Saturday, 24 October 2015 04:55

Google profits soar


Google has joined Microsoft in reporting a quarterly profit increase. The company also announced a stock buyback.

Alphabet has released Google's financial results for the quarter ending 30 September. That was the last complete quarter before the reorganisation that separated the company's search and related businesses from its other, often more speculative, businesses.

The headline figures showed almost US$4 profit (up 45% year-on-year, though by 18% when calculated on the non-GAAP basis that tech companies believe gives a more accurate idea of the state of their businesses) from almost $18.7 billion revenue (up 13%).

As we saw with Microsoft earlier this week, currency fluctuations have worked against Google. Adjusted for constant currency, that revenue growth increases to 21%.

Alphabet attributed the improvement to substantial growth in mobile search revenue, along with contributions from YouTube and programmatic advertising.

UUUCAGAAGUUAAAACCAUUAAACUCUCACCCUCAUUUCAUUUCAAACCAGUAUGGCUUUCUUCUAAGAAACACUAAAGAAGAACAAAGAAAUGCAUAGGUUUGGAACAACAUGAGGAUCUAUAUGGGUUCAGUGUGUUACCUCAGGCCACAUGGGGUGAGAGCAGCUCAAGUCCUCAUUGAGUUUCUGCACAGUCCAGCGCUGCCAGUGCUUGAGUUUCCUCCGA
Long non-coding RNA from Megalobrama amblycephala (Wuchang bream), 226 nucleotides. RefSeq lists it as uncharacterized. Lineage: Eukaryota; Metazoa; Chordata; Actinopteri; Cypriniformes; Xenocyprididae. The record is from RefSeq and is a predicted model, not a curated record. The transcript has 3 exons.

"Our Q3 results show the strength of Google's business, particularly in mobile search. With six products now having more than 1 billion users globally, we're excited about the opportunities ahead of Google, and across Alphabet," said Alphabet and Google CFO Ruth Porat.

New mobile ad formats and increased ad space at the top of mobile search results improved click rates, she told a conference call.

Traffic acquisition costs rose just 6.5%, and total operating expenses remained stable at 37% of revenues.

The company took on a significant number of additional employees during the year. The headcount rose 16% from 51,564 to 59,976.

Alphabet used the results announcement to reveal plans for the repurchase of almost US$5.1 billion of its shares. The buyback - which had a positive reception from the investment community - will begin this quarter. Google holds more than US$72 billion in cash, near cash and marketable securities.

Image: Shawn Collins [CC BY 2.0 ] via Flickr

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Stephen Withers

Stephen Withers is one of Australia¹s most experienced IT journalists, having begun his career in the days of 8-bit 'microcomputers'. He covers the gamut from gadgets to enterprise systems. In previous lives he has been an academic, a systems programmer, an IT support manager, and an online services manager. Stephen holds an honours degree in Management Sciences and a PhD in Industrial and Business Studies.

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